Rory said: “We had a very positive and fruitful meeting today in response to the many complaints from residents and those using the roundabout regularly. We are enormously grateful to the Highways Agency for attending and for listening to the issues raised. They responded very positively, and I can confirm that we have obtained their commitment to look at improving line delineation and destination markings, and the traffic signal sequences are being re-examined also. We will watch closely in the coming weeks to see how matters improve, and I am extremely encouraged that the Highways Agency have taken the suggestions of local residents, Cumbria Highways Officers and Councillor Helen Fearon on board .  It is great that we are working together on this in an open and productive fashion.”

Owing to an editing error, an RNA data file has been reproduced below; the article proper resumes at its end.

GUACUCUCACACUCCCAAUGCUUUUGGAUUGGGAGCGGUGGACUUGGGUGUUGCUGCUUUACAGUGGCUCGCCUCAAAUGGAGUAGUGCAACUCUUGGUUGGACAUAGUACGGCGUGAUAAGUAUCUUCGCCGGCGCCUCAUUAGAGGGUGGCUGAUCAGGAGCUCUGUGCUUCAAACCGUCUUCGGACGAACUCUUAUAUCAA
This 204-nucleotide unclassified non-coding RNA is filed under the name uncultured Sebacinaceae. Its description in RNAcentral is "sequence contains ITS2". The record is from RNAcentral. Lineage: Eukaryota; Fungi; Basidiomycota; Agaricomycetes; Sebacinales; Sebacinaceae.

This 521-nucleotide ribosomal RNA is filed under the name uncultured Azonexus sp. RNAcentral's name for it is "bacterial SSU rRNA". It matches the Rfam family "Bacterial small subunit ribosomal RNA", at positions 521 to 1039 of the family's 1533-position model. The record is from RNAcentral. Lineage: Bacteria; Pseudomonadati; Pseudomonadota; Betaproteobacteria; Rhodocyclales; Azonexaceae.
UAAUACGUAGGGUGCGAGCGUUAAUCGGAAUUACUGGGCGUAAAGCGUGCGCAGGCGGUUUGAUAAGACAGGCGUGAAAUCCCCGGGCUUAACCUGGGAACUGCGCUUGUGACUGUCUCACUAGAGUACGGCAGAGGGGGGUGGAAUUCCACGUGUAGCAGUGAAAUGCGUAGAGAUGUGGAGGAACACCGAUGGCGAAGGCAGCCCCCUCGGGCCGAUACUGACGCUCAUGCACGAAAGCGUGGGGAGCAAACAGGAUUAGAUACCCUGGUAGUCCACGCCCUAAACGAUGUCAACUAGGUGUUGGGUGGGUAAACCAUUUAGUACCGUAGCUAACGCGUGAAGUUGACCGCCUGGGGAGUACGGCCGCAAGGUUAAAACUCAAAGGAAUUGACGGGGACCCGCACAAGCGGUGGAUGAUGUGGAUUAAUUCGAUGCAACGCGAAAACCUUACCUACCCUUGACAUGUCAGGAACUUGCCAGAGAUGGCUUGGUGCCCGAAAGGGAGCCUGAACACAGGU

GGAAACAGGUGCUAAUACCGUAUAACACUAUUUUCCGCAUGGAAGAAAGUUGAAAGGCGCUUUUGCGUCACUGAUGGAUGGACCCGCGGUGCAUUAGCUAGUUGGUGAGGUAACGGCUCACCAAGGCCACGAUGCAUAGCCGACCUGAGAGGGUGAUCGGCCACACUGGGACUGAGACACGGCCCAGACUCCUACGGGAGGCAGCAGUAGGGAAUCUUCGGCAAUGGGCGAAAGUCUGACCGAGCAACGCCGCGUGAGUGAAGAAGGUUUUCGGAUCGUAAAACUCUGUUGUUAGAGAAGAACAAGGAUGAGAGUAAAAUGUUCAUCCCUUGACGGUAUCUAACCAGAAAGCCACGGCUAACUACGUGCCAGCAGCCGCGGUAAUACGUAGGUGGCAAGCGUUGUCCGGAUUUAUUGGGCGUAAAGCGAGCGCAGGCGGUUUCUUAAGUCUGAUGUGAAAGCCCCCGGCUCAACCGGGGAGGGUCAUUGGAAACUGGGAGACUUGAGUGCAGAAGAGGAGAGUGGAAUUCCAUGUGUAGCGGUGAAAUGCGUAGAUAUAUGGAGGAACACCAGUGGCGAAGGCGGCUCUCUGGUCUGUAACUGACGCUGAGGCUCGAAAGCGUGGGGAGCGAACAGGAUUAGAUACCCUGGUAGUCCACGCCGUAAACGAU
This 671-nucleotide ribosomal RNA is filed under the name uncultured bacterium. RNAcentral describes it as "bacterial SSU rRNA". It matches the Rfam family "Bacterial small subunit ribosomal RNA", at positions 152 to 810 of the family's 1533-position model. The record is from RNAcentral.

Councillor Helen Fearon said:  ” Prior to this meeting I received many suggestions for improvements to the roundabout from local residents who use it on a regular basis and I am delighted that these received such a positive response from the Highways Agency.  Agreement was reached on a number of potential improvements, particularly about guidance to drivers concerning their choice of traffic lanes and general routeing through the roundabout. I look forward to those improvements materialising so that drivers will find their use of Kemplay Bank less difficult and troublesome.”

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cumbria young chef competition